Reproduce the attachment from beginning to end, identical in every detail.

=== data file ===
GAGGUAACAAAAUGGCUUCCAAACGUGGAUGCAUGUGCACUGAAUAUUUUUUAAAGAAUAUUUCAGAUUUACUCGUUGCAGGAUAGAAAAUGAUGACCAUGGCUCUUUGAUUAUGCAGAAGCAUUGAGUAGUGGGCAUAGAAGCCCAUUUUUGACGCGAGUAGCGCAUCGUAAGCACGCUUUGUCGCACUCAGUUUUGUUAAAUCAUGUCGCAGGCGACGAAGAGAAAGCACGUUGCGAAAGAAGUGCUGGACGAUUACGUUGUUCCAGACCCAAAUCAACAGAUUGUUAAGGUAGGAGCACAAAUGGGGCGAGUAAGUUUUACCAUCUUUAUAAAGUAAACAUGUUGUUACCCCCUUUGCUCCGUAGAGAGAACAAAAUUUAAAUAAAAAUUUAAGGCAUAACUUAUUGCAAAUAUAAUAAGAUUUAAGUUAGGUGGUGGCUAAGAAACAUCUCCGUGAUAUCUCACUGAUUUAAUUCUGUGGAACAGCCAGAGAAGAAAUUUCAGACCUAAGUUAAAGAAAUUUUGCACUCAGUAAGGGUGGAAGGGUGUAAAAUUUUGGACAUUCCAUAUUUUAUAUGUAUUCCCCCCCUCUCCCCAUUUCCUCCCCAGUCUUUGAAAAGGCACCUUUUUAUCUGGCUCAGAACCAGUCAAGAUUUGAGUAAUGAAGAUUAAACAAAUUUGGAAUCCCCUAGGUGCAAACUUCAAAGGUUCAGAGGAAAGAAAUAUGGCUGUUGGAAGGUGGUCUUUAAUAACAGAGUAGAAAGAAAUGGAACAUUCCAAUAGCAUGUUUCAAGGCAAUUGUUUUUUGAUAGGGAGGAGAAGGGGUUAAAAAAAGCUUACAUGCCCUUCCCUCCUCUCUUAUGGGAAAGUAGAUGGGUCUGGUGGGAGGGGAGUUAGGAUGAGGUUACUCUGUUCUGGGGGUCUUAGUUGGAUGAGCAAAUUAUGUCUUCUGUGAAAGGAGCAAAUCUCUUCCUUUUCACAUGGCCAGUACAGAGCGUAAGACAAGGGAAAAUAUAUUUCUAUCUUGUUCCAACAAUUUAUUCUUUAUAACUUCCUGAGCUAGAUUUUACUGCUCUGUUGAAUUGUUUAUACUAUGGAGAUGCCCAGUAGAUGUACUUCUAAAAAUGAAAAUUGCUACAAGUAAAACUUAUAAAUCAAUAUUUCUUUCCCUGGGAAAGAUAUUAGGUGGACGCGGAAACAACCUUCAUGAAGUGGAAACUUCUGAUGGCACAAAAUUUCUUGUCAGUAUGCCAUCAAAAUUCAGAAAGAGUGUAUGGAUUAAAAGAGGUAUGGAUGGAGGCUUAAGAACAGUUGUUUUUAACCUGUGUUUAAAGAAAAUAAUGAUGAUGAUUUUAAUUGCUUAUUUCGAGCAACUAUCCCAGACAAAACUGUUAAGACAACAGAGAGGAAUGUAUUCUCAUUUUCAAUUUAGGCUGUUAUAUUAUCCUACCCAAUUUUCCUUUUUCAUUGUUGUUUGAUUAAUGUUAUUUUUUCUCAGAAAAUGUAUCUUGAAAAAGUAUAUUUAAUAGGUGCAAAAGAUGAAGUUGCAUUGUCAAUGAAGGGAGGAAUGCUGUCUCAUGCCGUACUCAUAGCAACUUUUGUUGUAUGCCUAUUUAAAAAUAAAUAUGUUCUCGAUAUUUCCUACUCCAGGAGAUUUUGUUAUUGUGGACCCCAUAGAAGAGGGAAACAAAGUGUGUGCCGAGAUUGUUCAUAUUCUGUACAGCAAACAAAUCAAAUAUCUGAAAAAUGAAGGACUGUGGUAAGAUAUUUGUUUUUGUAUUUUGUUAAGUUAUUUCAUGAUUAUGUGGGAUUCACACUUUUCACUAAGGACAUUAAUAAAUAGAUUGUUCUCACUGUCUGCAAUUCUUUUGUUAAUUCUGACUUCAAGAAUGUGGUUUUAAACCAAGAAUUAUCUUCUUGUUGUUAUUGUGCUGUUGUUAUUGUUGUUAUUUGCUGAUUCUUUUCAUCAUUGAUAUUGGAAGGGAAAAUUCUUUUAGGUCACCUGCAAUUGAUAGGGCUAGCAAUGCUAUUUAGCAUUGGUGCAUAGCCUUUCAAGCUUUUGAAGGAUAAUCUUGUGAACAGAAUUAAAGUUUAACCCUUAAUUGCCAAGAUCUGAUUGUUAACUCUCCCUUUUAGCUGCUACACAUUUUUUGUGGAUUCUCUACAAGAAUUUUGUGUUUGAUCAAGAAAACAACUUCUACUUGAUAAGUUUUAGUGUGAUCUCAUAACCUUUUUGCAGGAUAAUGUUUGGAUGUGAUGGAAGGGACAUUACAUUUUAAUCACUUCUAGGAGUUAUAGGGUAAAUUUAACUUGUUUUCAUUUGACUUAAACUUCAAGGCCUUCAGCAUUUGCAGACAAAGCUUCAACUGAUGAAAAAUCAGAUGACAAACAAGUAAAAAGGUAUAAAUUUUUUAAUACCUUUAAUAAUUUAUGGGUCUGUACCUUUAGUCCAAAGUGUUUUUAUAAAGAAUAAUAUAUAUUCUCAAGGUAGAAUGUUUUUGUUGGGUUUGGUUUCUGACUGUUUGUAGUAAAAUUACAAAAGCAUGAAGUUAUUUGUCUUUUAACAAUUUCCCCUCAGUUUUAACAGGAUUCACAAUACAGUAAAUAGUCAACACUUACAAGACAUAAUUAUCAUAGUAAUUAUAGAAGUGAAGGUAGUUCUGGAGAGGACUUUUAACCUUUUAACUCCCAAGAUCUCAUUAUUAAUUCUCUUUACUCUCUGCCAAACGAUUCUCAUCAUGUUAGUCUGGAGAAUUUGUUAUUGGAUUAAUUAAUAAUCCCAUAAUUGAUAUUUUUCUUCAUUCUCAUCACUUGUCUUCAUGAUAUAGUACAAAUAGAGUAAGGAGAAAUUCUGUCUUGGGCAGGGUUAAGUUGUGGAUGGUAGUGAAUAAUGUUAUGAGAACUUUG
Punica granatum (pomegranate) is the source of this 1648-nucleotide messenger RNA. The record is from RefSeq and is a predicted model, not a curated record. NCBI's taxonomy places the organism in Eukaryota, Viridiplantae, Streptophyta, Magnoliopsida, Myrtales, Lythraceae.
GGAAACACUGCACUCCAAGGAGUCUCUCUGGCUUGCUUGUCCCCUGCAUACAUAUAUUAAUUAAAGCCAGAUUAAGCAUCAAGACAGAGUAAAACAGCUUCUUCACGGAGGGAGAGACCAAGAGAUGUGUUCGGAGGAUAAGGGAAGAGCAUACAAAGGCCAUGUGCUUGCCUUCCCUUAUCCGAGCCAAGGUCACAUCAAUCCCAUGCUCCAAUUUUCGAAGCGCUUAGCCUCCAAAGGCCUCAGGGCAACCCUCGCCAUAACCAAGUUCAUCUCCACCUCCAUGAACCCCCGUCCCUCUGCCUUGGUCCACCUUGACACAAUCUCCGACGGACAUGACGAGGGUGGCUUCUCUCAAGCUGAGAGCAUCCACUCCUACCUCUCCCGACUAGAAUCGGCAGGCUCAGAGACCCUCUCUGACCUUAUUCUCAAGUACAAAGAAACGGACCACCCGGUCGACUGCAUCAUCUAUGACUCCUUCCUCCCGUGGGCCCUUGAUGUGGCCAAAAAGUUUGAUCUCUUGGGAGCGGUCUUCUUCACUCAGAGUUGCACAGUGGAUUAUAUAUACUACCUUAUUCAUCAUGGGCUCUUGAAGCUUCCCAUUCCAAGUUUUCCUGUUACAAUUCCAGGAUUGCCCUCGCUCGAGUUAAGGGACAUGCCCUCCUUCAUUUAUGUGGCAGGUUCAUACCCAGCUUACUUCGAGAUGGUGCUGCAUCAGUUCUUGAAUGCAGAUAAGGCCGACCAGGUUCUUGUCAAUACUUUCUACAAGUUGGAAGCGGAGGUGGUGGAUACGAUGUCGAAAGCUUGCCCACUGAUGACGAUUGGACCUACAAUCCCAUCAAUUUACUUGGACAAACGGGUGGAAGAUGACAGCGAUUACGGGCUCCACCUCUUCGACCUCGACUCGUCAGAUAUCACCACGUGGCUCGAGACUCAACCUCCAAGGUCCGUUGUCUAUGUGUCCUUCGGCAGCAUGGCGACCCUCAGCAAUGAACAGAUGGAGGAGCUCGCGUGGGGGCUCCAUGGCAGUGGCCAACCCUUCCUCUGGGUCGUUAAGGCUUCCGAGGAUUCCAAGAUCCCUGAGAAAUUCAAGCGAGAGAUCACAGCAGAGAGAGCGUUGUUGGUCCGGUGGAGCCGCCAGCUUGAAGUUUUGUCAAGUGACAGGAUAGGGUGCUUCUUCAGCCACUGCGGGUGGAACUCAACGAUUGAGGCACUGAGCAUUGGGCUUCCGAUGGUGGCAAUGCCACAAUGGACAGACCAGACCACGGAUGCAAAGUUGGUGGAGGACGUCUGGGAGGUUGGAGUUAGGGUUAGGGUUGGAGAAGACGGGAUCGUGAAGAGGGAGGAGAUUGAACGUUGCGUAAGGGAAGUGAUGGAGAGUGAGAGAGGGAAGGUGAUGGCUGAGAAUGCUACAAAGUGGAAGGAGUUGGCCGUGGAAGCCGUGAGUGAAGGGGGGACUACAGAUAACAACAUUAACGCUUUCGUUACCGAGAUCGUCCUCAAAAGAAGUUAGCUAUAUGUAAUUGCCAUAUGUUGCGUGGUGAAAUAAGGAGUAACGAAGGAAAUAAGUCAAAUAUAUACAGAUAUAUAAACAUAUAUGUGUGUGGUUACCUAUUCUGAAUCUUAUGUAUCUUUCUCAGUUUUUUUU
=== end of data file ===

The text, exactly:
GAGGUAACAAAAUGGCUUCCAAACGUGGAUGCAUGUGCACUGAAUAUUUUUUAAAGAAUAUUUCAGAUUUACUCGUUGCAGGAUAGAAAAUGAUGACCAUGGCUCUUUGAUUAUGCAGAAGCAUUGAGUAGUGGGCAUAGAAGCCCAUUUUUGACGCGAGUAGCGCAUCGUAAGCACGCUUUGUCGCACUCAGUUUUGUUAAAUCAUGUCGCAGGCGACGAAGAGAAAGCACGUUGCGAAAGAAGUGCUGGACGAUUACGUUGUUCCAGACCCAAAUCAACAGAUUGUUAAGGUAGGAGCACAAAUGGGGCGAGUAAGUUUUACCAUCUUUAUAAAGUAAACAUGUUGUUACCCCCUUUGCUCCGUAGAGAGAACAAAAUUUAAAUAAAAAUUUAAGGCAUAACUUAUUGCAAAUAUAAUAAGAUUUAAGUUAGGUGGUGGCUAAGAAACAUCUCCGUGAUAUCUCACUGAUUUAAUUCUGUGGAACAGCCAGAGAAGAAAUUUCAGACCUAAGUUAAAGAAAUUUUGCACUCAGUAAGGGUGGAAGGGUGUAAAAUUUUGGACAUUCCAUAUUUUAUAUGUAUUCCCCCCCUCUCCCCAUUUCCUCCCCAGUCUUUGAAAAGGCACCUUUUUAUCUGGCUCAGAACCAGUCAAGAUUUGAGUAAUGAAGAUUAAACAAAUUUGGAAUCCCCUAGGUGCAAACUUCAAAGGUUCAGAGGAAAGAAAUAUGGCUGUUGGAAGGUGGUCUUUAAUAACAGAGUAGAAAGAAAUGGAACAUUCCAAUAGCAUGUUUCAAGGCAAUUGUUUUUUGAUAGGGAGGAGAAGGGGUUAAAAAAAGCUUACAUGCCCUUCCCUCCUCUCUUAUGGGAAAGUAGAUGGGUCUGGUGGGAGGGGAGUUAGGAUGAGGUUACUCUGUUCUGGGGGUCUUAGUUGGAUGAGCAAAUUAUGUCUUCUGUGAAAGGAGCAAAUCUCUUCCUUUUCACAUGGCCAGUACAGAGCGUAAGACAAGGGAAAAUAUAUUUCUAUCUUGUUCCAACAAUUUAUUCUUUAUAACUUCCUGAGCUAGAUUUUACUGCUCUGUUGAAUUGUUUAUACUAUGGAGAUGCCCAGUAGAUGUACUUCUAAAAAUGAAAAUUGCUACAAGUAAAACUUAUAAAUCAAUAUUUCUUUCCCUGGGAAAGAUAUUAGGUGGACGCGGAAACAACCUUCAUGAAGUGGAAACUUCUGAUGGCACAAAAUUUCUUGUCAGUAUGCCAUCAAAAUUCAGAAAGAGUGUAUGGAUUAAAAGAGGUAUGGAUGGAGGCUUAAGAACAGUUGUUUUUAACCUGUGUUUAAAGAAAAUAAUGAUGAUGAUUUUAAUUGCUUAUUUCGAGCAACUAUCCCAGACAAAACUGUUAAGACAACAGAGAGGAAUGUAUUCUCAUUUUCAAUUUAGGCUGUUAUAUUAUCCUACCCAAUUUUCCUUUUUCAUUGUUGUUUGAUUAAUGUUAUUUUUUCUCAGAAAAUGUAUCUUGAAAAAGUAUAUUUAAUAGGUGCAAAAGAUGAAGUUGCAUUGUCAAUGAAGGGAGGAAUGCUGUCUCAUGCCGUACUCAUAGCAACUUUUGUUGUAUGCCUAUUUAAAAAUAAAUAUGUUCUCGAUAUUUCCUACUCCAGGAGAUUUUGUUAUUGUGGACCCCAUAGAAGAGGGAAACAAAGUGUGUGCCGAGAUUGUUCAUAUUCUGUACAGCAAACAAAUCAAAUAUCUGAAAAAUGAAGGACUGUGGUAAGAUAUUUGUUUUUGUAUUUUGUUAAGUUAUUUCAUGAUUAUGUGGGAUUCACACUUUUCACUAAGGACAUUAAUAAAUAGAUUGUUCUCACUGUCUGCAAUUCUUUUGUUAAUUCUGACUUCAAGAAUGUGGUUUUAAACCAAGAAUUAUCUUCUUGUUGUUAUUGUGCUGUUGUUAUUGUUGUUAUUUGCUGAUUCUUUUCAUCAUUGAUAUUGGAAGGGAAAAUUCUUUUAGGUCACCUGCAAUUGAUAGGGCUAGCAAUGCUAUUUAGCAUUGGUGCAUAGCCUUUCAAGCUUUUGAAGGAUAAUCUUGUGAACAGAAUUAAAGUUUAACCCUUAAUUGCCAAGAUCUGAUUGUUAACUCUCCCUUUUAGCUGCUACACAUUUUUUGUGGAUUCUCUACAAGAAUUUUGUGUUUGAUCAAGAAAACAACUUCUACUUGAUAAGUUUUAGUGUGAUCUCAUAACCUUUUUGCAGGAUAAUGUUUGGAUGUGAUGGAAGGGACAUUACAUUUUAAUCACUUCUAGGAGUUAUAGGGUAAAUUUAACUUGUUUUCAUUUGACUUAAACUUCAAGGCCUUCAGCAUUUGCAGACAAAGCUUCAACUGAUGAAAAAUCAGAUGACAAACAAGUAAAAAGGUAUAAAUUUUUUAAUACCUUUAAUAAUUUAUGGGUCUGUACCUUUAGUCCAAAGUGUUUUUAUAAAGAAUAAUAUAUAUUCUCAAGGUAGAAUGUUUUUGUUGGGUUUGGUUUCUGACUGUUUGUAGUAAAAUUACAAAAGCAUGAAGUUAUUUGUCUUUUAACAAUUUCCCCUCAGUUUUAACAGGAUUCACAAUACAGUAAAUAGUCAACACUUACAAGACAUAAUUAUCAUAGUAAUUAUAGAAGUGAAGGUAGUUCUGGAGAGGACUUUUAACCUUUUAACUCCCAAGAUCUCAUUAUUAAUUCUCUUUACUCUCUGCCAAACGAUUCUCAUCAUGUUAGUCUGGAGAAUUUGUUAUUGGAUUAAUUAAUAAUCCCAUAAUUGAUAUUUUUCUUCAUUCUCAUCACUUGUCUUCAUGAUAUAGUACAAAUAGAGUAAGGAGAAAUUCUGUCUUGGGCAGGGUUAAGUUGUGGAUGGUAGUGAAUAAUGUUAUGAGAACUUUG
Punica granatum (pomegranate) is the source of this 1648-nucleotide messenger RNA. The record is from RefSeq and is a predicted model, not a curated record. NCBI's taxonomy places the organism in Eukaryota, Viridiplantae, Streptophyta, Magnoliopsida, Myrtales, Lythraceae.
GGAAACACUGCACUCCAAGGAGUCUCUCUGGCUUGCUUGUCCCCUGCAUACAUAUAUUAAUUAAAGCCAGAUUAAGCAUCAAGACAGAGUAAAACAGCUUCUUCACGGAGGGAGAGACCAAGAGAUGUGUUCGGAGGAUAAGGGAAGAGCAUACAAAGGCCAUGUGCUUGCCUUCCCUUAUCCGAGCCAAGGUCACAUCAAUCCCAUGCUCCAAUUUUCGAAGCGCUUAGCCUCCAAAGGCCUCAGGGCAACCCUCGCCAUAACCAAGUUCAUCUCCACCUCCAUGAACCCCCGUCCCUCUGCCUUGGUCCACCUUGACACAAUCUCCGACGGACAUGACGAGGGUGGCUUCUCUCAAGCUGAGAGCAUCCACUCCUACCUCUCCCGACUAGAAUCGGCAGGCUCAGAGACCCUCUCUGACCUUAUUCUCAAGUACAAAGAAACGGACCACCCGGUCGACUGCAUCAUCUAUGACUCCUUCCUCCCGUGGGCCCUUGAUGUGGCCAAAAAGUUUGAUCUCUUGGGAGCGGUCUUCUUCACUCAGAGUUGCACAGUGGAUUAUAUAUACUACCUUAUUCAUCAUGGGCUCUUGAAGCUUCCCAUUCCAAGUUUUCCUGUUACAAUUCCAGGAUUGCCCUCGCUCGAGUUAAGGGACAUGCCCUCCUUCAUUUAUGUGGCAGGUUCAUACCCAGCUUACUUCGAGAUGGUGCUGCAUCAGUUCUUGAAUGCAGAUAAGGCCGACCAGGUUCUUGUCAAUACUUUCUACAAGUUGGAAGCGGAGGUGGUGGAUACGAUGUCGAAAGCUUGCCCACUGAUGACGAUUGGACCUACAAUCCCAUCAAUUUACUUGGACAAACGGGUGGAAGAUGACAGCGAUUACGGGCUCCACCUCUUCGACCUCGACUCGUCAGAUAUCACCACGUGGCUCGAGACUCAACCUCCAAGGUCCGUUGUCUAUGUGUCCUUCGGCAGCAUGGCGACCCUCAGCAAUGAACAGAUGGAGGAGCUCGCGUGGGGGCUCCAUGGCAGUGGCCAACCCUUCCUCUGGGUCGUUAAGGCUUCCGAGGAUUCCAAGAUCCCUGAGAAAUUCAAGCGAGAGAUCACAGCAGAGAGAGCGUUGUUGGUCCGGUGGAGCCGCCAGCUUGAAGUUUUGUCAAGUGACAGGAUAGGGUGCUUCUUCAGCCACUGCGGGUGGAACUCAACGAUUGAGGCACUGAGCAUUGGGCUUCCGAUGGUGGCAAUGCCACAAUGGACAGACCAGACCACGGAUGCAAAGUUGGUGGAGGACGUCUGGGAGGUUGGAGUUAGGGUUAGGGUUGGAGAAGACGGGAUCGUGAAGAGGGAGGAGAUUGAACGUUGCGUAAGGGAAGUGAUGGAGAGUGAGAGAGGGAAGGUGAUGGCUGAGAAUGCUACAAAGUGGAAGGAGUUGGCCGUGGAAGCCGUGAGUGAAGGGGGGACUACAGAUAACAACAUUAACGCUUUCGUUACCGAGAUCGUCCUCAAAAGAAGUUAGCUAUAUGUAAUUGCCAUAUGUUGCGUGGUGAAAUAAGGAGUAACGAAGGAAAUAAGUCAAAUAUAUACAGAUAUAUAAACAUAUAUGUGUGUGGUUACCUAUUCUGAAUCUUAUGUAUCUUUCUCAGUUUUUUUU